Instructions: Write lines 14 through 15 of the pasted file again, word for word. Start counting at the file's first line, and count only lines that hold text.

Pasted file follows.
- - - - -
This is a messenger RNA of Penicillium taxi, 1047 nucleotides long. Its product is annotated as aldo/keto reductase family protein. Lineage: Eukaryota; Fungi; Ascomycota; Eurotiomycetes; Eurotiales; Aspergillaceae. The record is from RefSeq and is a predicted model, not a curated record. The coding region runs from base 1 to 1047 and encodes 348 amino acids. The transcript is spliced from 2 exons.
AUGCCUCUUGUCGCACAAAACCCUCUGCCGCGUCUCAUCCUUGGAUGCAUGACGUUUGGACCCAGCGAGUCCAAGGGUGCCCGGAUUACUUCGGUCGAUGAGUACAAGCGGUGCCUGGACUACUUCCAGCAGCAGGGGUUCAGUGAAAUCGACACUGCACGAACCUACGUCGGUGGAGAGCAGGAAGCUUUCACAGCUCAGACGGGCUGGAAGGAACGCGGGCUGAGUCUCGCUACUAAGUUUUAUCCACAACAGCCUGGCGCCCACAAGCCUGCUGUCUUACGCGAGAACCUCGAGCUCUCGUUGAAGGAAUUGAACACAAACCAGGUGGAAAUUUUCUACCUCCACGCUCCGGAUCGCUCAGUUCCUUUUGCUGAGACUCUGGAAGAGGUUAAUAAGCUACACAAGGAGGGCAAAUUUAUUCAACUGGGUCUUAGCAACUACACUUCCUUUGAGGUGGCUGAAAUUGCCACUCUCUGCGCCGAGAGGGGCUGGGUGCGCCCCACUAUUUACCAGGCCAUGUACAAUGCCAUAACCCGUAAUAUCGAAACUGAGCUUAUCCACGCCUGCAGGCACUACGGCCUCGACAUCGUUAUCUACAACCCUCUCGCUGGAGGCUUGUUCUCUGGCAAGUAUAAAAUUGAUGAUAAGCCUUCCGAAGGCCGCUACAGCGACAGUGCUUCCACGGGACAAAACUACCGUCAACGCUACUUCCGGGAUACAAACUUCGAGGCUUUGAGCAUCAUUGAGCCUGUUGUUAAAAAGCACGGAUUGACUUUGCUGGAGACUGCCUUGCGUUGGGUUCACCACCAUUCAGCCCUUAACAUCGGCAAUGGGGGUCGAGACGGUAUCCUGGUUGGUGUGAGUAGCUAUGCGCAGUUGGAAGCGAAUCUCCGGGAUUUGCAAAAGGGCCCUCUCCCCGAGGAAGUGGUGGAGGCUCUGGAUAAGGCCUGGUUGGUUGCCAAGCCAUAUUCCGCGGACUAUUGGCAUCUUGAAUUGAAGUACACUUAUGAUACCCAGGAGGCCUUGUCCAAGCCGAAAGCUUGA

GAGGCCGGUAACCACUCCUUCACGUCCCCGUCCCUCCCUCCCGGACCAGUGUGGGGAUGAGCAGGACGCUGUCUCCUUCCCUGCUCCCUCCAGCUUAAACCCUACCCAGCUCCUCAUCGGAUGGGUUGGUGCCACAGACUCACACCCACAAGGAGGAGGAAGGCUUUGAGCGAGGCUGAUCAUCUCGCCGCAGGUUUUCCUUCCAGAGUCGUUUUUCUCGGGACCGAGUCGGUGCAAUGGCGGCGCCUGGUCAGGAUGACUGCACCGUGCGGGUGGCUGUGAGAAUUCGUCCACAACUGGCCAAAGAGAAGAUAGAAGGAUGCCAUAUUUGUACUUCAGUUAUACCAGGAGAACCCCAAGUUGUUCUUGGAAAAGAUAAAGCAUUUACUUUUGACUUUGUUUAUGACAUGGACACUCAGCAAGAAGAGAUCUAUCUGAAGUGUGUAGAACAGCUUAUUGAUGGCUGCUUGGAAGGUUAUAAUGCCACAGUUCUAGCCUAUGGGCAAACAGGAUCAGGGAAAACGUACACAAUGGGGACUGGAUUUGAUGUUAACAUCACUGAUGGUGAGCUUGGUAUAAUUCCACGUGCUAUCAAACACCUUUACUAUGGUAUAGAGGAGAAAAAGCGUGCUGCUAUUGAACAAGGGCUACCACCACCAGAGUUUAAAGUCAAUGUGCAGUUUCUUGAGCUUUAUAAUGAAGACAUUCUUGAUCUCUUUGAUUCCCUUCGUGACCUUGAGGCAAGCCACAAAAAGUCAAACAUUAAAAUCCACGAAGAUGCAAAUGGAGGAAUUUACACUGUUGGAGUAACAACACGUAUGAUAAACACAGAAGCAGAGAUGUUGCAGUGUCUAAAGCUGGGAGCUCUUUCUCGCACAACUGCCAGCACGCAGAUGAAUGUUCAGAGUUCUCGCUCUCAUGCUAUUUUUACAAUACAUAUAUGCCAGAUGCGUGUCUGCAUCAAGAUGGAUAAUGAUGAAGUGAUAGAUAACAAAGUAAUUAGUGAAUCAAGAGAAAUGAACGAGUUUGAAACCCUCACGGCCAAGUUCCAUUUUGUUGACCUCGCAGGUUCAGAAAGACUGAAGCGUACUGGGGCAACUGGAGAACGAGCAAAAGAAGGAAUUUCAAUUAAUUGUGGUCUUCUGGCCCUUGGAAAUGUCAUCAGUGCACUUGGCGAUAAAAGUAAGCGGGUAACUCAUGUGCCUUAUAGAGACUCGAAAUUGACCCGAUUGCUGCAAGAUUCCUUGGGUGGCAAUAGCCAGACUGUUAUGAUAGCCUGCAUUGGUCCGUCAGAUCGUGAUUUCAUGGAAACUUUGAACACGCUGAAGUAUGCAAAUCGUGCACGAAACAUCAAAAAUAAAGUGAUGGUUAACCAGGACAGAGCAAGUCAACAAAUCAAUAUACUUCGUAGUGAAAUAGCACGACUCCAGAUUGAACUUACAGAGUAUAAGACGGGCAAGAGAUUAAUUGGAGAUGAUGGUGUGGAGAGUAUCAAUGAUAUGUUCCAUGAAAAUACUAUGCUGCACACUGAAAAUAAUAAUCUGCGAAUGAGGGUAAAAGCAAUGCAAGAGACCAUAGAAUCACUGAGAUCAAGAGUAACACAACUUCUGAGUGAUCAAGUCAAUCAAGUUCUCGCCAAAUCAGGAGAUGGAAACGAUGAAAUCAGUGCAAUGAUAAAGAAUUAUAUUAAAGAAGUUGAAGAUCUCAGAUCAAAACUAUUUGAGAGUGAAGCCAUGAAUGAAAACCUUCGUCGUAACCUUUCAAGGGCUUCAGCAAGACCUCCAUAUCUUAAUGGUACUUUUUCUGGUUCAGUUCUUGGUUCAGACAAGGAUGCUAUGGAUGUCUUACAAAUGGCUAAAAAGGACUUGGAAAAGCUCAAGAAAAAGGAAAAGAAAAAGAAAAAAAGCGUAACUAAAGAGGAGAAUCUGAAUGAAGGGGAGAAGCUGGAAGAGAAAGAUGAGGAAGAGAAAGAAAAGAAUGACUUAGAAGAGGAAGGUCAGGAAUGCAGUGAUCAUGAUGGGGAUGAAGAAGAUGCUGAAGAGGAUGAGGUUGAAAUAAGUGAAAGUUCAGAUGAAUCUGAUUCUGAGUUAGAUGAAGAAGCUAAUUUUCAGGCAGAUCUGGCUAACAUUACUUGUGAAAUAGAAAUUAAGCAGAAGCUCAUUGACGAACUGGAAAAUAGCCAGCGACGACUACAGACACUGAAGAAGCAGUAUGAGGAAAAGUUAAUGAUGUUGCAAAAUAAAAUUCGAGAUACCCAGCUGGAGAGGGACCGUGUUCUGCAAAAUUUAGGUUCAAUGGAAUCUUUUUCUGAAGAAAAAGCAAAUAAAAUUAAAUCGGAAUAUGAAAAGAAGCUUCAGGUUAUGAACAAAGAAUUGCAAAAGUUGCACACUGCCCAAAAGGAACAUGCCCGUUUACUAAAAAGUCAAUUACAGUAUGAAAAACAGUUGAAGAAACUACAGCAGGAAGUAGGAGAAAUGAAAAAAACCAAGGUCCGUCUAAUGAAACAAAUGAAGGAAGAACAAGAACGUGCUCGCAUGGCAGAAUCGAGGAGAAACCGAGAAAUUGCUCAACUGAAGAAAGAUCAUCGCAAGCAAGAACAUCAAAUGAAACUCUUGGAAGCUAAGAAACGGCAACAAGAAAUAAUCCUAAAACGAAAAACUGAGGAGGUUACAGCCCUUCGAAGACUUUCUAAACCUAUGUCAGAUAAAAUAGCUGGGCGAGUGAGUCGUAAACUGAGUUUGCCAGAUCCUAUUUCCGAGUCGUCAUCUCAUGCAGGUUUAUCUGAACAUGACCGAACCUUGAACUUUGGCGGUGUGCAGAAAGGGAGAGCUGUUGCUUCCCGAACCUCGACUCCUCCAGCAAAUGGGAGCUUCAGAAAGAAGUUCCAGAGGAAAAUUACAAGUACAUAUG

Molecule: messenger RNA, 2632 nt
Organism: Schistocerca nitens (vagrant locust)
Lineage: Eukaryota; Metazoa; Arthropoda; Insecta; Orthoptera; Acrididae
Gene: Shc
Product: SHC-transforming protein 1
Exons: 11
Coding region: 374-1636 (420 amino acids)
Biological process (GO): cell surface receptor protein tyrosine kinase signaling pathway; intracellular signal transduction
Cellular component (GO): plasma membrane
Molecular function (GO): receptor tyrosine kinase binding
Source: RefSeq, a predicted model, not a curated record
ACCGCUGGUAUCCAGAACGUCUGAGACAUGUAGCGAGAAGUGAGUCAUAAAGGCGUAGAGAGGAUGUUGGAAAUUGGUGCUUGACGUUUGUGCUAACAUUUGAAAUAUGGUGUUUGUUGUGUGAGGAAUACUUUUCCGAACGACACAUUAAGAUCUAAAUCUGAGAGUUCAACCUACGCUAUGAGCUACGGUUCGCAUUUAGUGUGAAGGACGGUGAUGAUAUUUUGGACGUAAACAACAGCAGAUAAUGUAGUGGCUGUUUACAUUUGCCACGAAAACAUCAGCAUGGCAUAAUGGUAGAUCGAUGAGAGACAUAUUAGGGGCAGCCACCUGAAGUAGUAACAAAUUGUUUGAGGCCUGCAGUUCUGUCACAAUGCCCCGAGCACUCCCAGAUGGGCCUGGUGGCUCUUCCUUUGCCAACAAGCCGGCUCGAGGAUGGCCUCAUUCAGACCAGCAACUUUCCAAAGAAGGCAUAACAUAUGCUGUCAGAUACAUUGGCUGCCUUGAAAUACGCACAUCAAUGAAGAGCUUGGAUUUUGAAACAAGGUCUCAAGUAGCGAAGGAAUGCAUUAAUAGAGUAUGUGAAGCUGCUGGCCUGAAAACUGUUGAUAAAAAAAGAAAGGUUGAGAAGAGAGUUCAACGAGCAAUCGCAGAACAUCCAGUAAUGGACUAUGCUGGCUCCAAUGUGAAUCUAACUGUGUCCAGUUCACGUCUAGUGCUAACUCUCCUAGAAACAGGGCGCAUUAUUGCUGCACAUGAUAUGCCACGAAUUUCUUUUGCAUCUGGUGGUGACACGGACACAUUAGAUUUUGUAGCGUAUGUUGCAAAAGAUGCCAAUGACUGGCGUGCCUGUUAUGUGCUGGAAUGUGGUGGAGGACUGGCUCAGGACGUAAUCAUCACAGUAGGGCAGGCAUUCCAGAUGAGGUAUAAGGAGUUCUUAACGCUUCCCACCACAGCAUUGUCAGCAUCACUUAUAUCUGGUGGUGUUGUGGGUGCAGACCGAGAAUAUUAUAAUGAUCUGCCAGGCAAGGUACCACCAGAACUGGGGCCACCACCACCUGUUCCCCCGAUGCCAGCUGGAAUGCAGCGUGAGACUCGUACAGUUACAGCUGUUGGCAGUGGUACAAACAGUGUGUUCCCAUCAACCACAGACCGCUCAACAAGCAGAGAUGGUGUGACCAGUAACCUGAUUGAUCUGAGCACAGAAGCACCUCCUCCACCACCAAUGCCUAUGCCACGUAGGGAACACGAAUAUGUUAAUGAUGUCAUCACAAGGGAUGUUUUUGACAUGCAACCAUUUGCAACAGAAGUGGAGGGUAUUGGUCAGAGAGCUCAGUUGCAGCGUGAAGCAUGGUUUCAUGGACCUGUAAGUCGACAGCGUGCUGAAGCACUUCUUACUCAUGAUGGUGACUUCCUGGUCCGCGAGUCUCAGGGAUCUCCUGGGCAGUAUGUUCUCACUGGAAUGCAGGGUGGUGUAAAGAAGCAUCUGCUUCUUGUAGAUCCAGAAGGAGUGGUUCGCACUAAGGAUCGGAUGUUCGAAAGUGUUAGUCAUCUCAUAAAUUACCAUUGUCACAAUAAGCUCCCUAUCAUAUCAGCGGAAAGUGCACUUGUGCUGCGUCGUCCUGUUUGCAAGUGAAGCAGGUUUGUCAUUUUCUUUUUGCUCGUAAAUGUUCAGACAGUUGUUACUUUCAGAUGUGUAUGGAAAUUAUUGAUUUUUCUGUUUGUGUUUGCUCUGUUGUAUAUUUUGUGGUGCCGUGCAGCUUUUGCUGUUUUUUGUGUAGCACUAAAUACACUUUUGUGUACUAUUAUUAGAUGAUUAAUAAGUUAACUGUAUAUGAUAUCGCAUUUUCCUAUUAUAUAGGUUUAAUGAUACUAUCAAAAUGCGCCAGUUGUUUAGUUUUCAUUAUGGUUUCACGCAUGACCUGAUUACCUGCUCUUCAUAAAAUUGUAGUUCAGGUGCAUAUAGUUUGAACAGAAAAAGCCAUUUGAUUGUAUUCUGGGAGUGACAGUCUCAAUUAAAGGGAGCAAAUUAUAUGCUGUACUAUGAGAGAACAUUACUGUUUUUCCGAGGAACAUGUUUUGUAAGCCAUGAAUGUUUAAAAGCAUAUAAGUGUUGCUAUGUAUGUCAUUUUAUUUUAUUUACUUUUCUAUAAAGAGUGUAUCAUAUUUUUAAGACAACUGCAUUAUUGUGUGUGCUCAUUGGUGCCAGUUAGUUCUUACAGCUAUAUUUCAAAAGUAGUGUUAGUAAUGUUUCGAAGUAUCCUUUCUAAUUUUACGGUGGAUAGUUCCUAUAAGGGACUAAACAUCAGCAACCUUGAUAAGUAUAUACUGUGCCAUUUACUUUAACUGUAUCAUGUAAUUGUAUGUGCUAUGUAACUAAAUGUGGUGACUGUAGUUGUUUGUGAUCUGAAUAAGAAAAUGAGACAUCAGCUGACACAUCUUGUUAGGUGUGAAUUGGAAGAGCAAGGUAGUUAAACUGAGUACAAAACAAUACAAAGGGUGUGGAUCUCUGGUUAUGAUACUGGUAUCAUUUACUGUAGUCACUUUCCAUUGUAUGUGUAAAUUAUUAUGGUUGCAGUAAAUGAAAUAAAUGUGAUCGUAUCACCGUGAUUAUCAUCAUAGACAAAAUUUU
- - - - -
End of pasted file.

Source: RefSeq, a predicted model, not a curated record
ACCGCUGGUAUCCAGAACGUCUGAGACAUGUAGCGAGAAGUGAGUCAUAAAGGCGUAGAGAGGAUGUUGGAAAUUGGUGCUUGACGUUUGUGCUAACAUUUGAAAUAUGGUGUUUGUUGUGUGAGGAAUACUUUUCCGAACGACACAUUAAGAUCUAAAUCUGAGAGUUCAACCUACGCUAUGAGCUACGGUUCGCAUUUAGUGUGAAGGACGGUGAUGAUAUUUUGGACGUAAACAACAGCAGAUAAUGUAGUGGCUGUUUACAUUUGCCACGAAAACAUCAGCAUGGCAUAAUGGUAGAUCGAUGAGAGACAUAUUAGGGGCAGCCACCUGAAGUAGUAACAAAUUGUUUGAGGCCUGCAGUUCUGUCACAAUGCCCCGAGCACUCCCAGAUGGGCCUGGUGGCUCUUCCUUUGCCAACAAGCCGGCUCGAGGAUGGCCUCAUUCAGACCAGCAACUUUCCAAAGAAGGCAUAACAUAUGCUGUCAGAUACAUUGGCUGCCUUGAAAUACGCACAUCAAUGAAGAGCUUGGAUUUUGAAACAAGGUCUCAAGUAGCGAAGGAAUGCAUUAAUAGAGUAUGUGAAGCUGCUGGCCUGAAAACUGUUGAUAAAAAAAGAAAGGUUGAGAAGAGAGUUCAACGAGCAAUCGCAGAACAUCCAGUAAUGGACUAUGCUGGCUCCAAUGUGAAUCUAACUGUGUCCAGUUCACGUCUAGUGCUAACUCUCCUAGAAACAGGGCGCAUUAUUGCUGCACAUGAUAUGCCACGAAUUUCUUUUGCAUCUGGUGGUGACACGGACACAUUAGAUUUUGUAGCGUAUGUUGCAAAAGAUGCCAAUGACUGGCGUGCCUGUUAUGUGCUGGAAUGUGGUGGAGGACUGGCUCAGGACGUAAUCAUCACAGUAGGGCAGGCAUUCCAGAUGAGGUAUAAGGAGUUCUUAACGCUUCCCACCACAGCAUUGUCAGCAUCACUUAUAUCUGGUGGUGUUGUGGGUGCAGACCGAGAAUAUUAUAAUGAUCUGCCAGGCAAGGUACCACCAGAACUGGGGCCACCACCACCUGUUCCCCCGAUGCCAGCUGGAAUGCAGCGUGAGACUCGUACAGUUACAGCUGUUGGCAGUGGUACAAACAGUGUGUUCCCAUCAACCACAGACCGCUCAACAAGCAGAGAUGGUGUGACCAGUAACCUGAUUGAUCUGAGCACAGAAGCACCUCCUCCACCACCAAUGCCUAUGCCACGUAGGGAACACGAAUAUGUUAAUGAUGUCAUCACAAGGGAUGUUUUUGACAUGCAACCAUUUGCAACAGAAGUGGAGGGUAUUGGUCAGAGAGCUCAGUUGCAGCGUGAAGCAUGGUUUCAUGGACCUGUAAGUCGACAGCGUGCUGAAGCACUUCUUACUCAUGAUGGUGACUUCCUGGUCCGCGAGUCUCAGGGAUCUCCUGGGCAGUAUGUUCUCACUGGAAUGCAGGGUGGUGUAAAGAAGCAUCUGCUUCUUGUAGAUCCAGAAGGAGUGGUUCGCACUAAGGAUCGGAUGUUCGAAAGUGUUAGUCAUCUCAUAAAUUACCAUUGUCACAAUAAGCUCCCUAUCAUAUCAGCGGAAAGUGCACUUGUGCUGCGUCGUCCUGUUUGCAAGUGAAGCAGGUUUGUCAUUUUCUUUUUGCUCGUAAAUGUUCAGACAGUUGUUACUUUCAGAUGUGUAUGGAAAUUAUUGAUUUUUCUGUUUGUGUUUGCUCUGUUGUAUAUUUUGUGGUGCCGUGCAGCUUUUGCUGUUUUUUGUGUAGCACUAAAUACACUUUUGUGUACUAUUAUUAGAUGAUUAAUAAGUUAACUGUAUAUGAUAUCGCAUUUUCCUAUUAUAUAGGUUUAAUGAUACUAUCAAAAUGCGCCAGUUGUUUAGUUUUCAUUAUGGUUUCACGCAUGACCUGAUUACCUGCUCUUCAUAAAAUUGUAGUUCAGGUGCAUAUAGUUUGAACAGAAAAAGCCAUUUGAUUGUAUUCUGGGAGUGACAGUCUCAAUUAAAGGGAGCAAAUUAUAUGCUGUACUAUGAGAGAACAUUACUGUUUUUCCGAGGAACAUGUUUUGUAAGCCAUGAAUGUUUAAAAGCAUAUAAGUGUUGCUAUGUAUGUCAUUUUAUUUUAUUUACUUUUCUAUAAAGAGUGUAUCAUAUUUUUAAGACAACUGCAUUAUUGUGUGUGCUCAUUGGUGCCAGUUAGUUCUUACAGCUAUAUUUCAAAAGUAGUGUUAGUAAUGUUUCGAAGUAUCCUUUCUAAUUUUACGGUGGAUAGUUCCUAUAAGGGACUAAACAUCAGCAACCUUGAUAAGUAUAUACUGUGCCAUUUACUUUAACUGUAUCAUGUAAUUGUAUGUGCUAUGUAACUAAAUGUGGUGACUGUAGUUGUUUGUGAUCUGAAUAAGAAAAUGAGACAUCAGCUGACACAUCUUGUUAGGUGUGAAUUGGAAGAGCAAGGUAGUUAAACUGAGUACAAAACAAUACAAAGGGUGUGGAUCUCUGGUUAUGAUACUGGUAUCAUUUACUGUAGUCACUUUCCAUUGUAUGUGUAAAUUAUUAUGGUUGCAGUAAAUGAAAUAAAUGUGAUCGUAUCACCGUGAUUAUCAUCAUAGACAAAAUUUU